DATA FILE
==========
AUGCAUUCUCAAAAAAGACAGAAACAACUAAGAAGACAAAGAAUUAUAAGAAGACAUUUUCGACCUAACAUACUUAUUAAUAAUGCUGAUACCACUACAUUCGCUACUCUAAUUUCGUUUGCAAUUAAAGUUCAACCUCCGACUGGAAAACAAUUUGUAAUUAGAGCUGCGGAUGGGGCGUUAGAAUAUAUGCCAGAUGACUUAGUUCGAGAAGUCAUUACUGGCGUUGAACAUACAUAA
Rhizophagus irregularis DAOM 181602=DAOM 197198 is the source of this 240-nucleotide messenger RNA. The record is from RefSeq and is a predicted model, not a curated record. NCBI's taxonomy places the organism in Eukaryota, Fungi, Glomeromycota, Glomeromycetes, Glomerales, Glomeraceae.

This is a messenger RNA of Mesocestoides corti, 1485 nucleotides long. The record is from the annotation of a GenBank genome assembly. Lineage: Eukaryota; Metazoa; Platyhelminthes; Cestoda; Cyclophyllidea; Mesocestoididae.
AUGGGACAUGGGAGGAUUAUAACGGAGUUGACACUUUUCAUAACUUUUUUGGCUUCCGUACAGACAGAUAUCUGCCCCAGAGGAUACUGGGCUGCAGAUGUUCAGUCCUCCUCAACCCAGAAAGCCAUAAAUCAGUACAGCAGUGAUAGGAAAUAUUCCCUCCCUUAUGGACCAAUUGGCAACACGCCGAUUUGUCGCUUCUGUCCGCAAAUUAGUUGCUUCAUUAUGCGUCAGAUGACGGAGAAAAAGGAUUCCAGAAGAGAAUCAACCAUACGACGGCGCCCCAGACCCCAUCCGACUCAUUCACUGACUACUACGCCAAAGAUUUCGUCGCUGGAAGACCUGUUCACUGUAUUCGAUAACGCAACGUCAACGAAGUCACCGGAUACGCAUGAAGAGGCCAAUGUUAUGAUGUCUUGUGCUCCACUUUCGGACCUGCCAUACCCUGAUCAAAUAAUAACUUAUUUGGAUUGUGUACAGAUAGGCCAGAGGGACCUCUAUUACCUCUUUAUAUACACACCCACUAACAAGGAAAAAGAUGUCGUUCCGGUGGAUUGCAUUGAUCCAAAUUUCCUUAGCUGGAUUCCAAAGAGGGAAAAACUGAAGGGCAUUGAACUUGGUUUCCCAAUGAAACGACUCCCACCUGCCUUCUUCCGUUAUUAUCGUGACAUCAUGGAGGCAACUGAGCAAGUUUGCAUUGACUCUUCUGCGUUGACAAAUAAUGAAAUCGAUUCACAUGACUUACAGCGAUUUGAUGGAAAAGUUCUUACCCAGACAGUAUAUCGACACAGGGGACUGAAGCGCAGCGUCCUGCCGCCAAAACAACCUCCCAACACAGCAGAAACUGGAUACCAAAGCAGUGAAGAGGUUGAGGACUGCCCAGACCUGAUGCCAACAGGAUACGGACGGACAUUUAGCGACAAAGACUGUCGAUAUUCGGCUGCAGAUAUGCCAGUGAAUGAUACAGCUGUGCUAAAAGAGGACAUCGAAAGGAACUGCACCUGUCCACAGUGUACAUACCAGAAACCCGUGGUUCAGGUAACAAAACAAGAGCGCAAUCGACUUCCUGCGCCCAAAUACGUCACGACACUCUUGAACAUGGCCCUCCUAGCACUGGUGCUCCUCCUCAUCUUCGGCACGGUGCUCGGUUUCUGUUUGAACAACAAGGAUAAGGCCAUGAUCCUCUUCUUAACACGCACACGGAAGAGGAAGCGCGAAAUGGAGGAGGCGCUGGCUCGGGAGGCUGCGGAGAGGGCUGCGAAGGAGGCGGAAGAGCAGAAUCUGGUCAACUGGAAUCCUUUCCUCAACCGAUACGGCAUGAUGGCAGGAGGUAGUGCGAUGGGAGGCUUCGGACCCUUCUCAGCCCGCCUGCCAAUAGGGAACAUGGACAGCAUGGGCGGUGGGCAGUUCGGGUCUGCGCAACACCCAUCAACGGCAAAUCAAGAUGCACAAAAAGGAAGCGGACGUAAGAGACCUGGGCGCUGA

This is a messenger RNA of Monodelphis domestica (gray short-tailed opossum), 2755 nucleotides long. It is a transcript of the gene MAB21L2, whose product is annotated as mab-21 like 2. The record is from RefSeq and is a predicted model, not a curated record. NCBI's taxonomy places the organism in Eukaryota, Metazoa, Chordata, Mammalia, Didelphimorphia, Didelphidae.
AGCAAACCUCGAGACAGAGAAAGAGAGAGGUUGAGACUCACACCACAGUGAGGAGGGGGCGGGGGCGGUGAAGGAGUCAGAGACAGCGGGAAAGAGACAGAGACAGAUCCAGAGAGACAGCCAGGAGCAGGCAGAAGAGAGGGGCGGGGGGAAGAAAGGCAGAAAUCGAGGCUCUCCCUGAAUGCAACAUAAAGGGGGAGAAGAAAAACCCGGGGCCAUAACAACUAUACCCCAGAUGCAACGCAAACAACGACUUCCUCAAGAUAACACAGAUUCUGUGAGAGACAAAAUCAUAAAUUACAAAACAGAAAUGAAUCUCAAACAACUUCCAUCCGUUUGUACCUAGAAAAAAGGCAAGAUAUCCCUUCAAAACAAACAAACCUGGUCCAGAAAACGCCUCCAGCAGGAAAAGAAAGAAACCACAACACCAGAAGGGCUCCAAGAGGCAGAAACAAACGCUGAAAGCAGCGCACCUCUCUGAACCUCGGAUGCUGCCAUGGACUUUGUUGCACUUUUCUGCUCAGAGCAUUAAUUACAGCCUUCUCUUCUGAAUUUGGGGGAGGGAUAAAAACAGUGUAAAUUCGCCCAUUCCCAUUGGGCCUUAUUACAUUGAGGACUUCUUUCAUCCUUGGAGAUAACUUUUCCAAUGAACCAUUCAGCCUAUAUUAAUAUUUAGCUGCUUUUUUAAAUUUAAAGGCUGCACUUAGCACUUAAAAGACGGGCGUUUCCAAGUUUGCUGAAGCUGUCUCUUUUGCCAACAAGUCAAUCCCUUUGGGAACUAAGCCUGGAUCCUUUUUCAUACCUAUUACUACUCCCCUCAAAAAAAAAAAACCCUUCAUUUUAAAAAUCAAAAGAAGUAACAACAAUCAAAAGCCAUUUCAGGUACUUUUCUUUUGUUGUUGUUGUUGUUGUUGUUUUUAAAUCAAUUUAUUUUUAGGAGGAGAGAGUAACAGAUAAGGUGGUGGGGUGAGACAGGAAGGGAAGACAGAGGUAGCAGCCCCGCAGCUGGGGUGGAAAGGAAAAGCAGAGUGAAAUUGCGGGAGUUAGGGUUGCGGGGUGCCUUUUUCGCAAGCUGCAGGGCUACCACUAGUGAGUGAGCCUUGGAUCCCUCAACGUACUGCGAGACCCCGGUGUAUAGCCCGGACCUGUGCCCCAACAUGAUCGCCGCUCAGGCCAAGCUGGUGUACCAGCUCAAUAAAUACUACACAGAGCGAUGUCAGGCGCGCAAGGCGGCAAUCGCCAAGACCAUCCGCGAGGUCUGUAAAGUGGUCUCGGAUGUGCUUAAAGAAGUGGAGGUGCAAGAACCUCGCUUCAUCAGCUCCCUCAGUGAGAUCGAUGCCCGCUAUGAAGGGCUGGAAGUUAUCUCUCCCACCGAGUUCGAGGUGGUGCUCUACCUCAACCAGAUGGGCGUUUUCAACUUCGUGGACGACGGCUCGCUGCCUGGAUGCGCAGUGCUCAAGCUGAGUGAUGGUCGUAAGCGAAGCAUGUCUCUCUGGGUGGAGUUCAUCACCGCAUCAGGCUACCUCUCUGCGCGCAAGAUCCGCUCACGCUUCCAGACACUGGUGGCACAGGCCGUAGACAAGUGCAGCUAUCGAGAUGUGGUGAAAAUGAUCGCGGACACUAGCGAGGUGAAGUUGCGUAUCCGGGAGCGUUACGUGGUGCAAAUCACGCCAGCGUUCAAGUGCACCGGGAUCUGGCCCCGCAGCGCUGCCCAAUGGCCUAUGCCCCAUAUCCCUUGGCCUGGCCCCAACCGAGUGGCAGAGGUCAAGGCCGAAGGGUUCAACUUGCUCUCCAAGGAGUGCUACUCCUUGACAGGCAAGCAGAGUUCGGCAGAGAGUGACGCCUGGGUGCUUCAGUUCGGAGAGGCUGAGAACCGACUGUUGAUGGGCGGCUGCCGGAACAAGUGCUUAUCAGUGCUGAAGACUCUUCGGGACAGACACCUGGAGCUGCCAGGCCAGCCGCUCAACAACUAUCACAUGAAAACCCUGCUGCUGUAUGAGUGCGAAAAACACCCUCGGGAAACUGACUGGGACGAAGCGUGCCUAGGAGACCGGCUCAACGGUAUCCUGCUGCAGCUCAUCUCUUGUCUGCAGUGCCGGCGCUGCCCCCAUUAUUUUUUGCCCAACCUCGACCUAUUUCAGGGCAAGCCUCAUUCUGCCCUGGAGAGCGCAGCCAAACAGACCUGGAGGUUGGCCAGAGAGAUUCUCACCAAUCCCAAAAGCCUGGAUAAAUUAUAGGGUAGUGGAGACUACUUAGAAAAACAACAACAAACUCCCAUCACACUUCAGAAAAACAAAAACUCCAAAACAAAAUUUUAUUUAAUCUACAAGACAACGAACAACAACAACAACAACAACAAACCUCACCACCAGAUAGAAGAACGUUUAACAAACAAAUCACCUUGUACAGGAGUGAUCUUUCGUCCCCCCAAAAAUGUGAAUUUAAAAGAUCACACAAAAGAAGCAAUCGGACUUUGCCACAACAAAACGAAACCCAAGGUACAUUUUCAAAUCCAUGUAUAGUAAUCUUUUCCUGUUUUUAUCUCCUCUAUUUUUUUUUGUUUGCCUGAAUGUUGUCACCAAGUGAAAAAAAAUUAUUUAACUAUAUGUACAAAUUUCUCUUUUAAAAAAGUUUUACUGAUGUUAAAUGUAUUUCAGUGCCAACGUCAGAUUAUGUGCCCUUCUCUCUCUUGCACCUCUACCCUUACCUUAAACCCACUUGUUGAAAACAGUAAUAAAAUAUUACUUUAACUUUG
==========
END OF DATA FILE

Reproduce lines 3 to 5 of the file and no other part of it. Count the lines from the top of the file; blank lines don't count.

This is a messenger RNA of Mesocestoides corti, 1485 nucleotides long. The record is from the annotation of a GenBank genome assembly. Lineage: Eukaryota; Metazoa; Platyhelminthes; Cestoda; Cyclophyllidea; Mesocestoididae.
AUGGGACAUGGGAGGAUUAUAACGGAGUUGACACUUUUCAUAACUUUUUUGGCUUCCGUACAGACAGAUAUCUGCCCCAGAGGAUACUGGGCUGCAGAUGUUCAGUCCUCCUCAACCCAGAAAGCCAUAAAUCAGUACAGCAGUGAUAGGAAAUAUUCCCUCCCUUAUGGACCAAUUGGCAACACGCCGAUUUGUCGCUUCUGUCCGCAAAUUAGUUGCUUCAUUAUGCGUCAGAUGACGGAGAAAAAGGAUUCCAGAAGAGAAUCAACCAUACGACGGCGCCCCAGACCCCAUCCGACUCAUUCACUGACUACUACGCCAAAGAUUUCGUCGCUGGAAGACCUGUUCACUGUAUUCGAUAACGCAACGUCAACGAAGUCACCGGAUACGCAUGAAGAGGCCAAUGUUAUGAUGUCUUGUGCUCCACUUUCGGACCUGCCAUACCCUGAUCAAAUAAUAACUUAUUUGGAUUGUGUACAGAUAGGCCAGAGGGACCUCUAUUACCUCUUUAUAUACACACCCACUAACAAGGAAAAAGAUGUCGUUCCGGUGGAUUGCAUUGAUCCAAAUUUCCUUAGCUGGAUUCCAAAGAGGGAAAAACUGAAGGGCAUUGAACUUGGUUUCCCAAUGAAACGACUCCCACCUGCCUUCUUCCGUUAUUAUCGUGACAUCAUGGAGGCAACUGAGCAAGUUUGCAUUGACUCUUCUGCGUUGACAAAUAAUGAAAUCGAUUCACAUGACUUACAGCGAUUUGAUGGAAAAGUUCUUACCCAGACAGUAUAUCGACACAGGGGACUGAAGCGCAGCGUCCUGCCGCCAAAACAACCUCCCAACACAGCAGAAACUGGAUACCAAAGCAGUGAAGAGGUUGAGGACUGCCCAGACCUGAUGCCAACAGGAUACGGACGGACAUUUAGCGACAAAGACUGUCGAUAUUCGGCUGCAGAUAUGCCAGUGAAUGAUACAGCUGUGCUAAAAGAGGACAUCGAAAGGAACUGCACCUGUCCACAGUGUACAUACCAGAAACCCGUGGUUCAGGUAACAAAACAAGAGCGCAAUCGACUUCCUGCGCCCAAAUACGUCACGACACUCUUGAACAUGGCCCUCCUAGCACUGGUGCUCCUCCUCAUCUUCGGCACGGUGCUCGGUUUCUGUUUGAACAACAAGGAUAAGGCCAUGAUCCUCUUCUUAACACGCACACGGAAGAGGAAGCGCGAAAUGGAGGAGGCGCUGGCUCGGGAGGCUGCGGAGAGGGCUGCGAAGGAGGCGGAAGAGCAGAAUCUGGUCAACUGGAAUCCUUUCCUCAACCGAUACGGCAUGAUGGCAGGAGGUAGUGCGAUGGGAGGCUUCGGACCCUUCUCAGCCCGCCUGCCAAUAGGGAACAUGGACAGCAUGGGCGGUGGGCAGUUCGGGUCUGCGCAACACCCAUCAACGGCAAAUCAAGAUGCACAAAAAGGAAGCGGACGUAAGAGACCUGGGCGCUGA

This is a messenger RNA of Monodelphis domestica (gray short-tailed opossum), 2755 nucleotides long. It is a transcript of the gene MAB21L2, whose product is annotated as mab-21 like 2. The record is from RefSeq and is a predicted model, not a curated record. NCBI's taxonomy places the organism in Eukaryota, Metazoa, Chordata, Mammalia, Didelphimorphia, Didelphidae.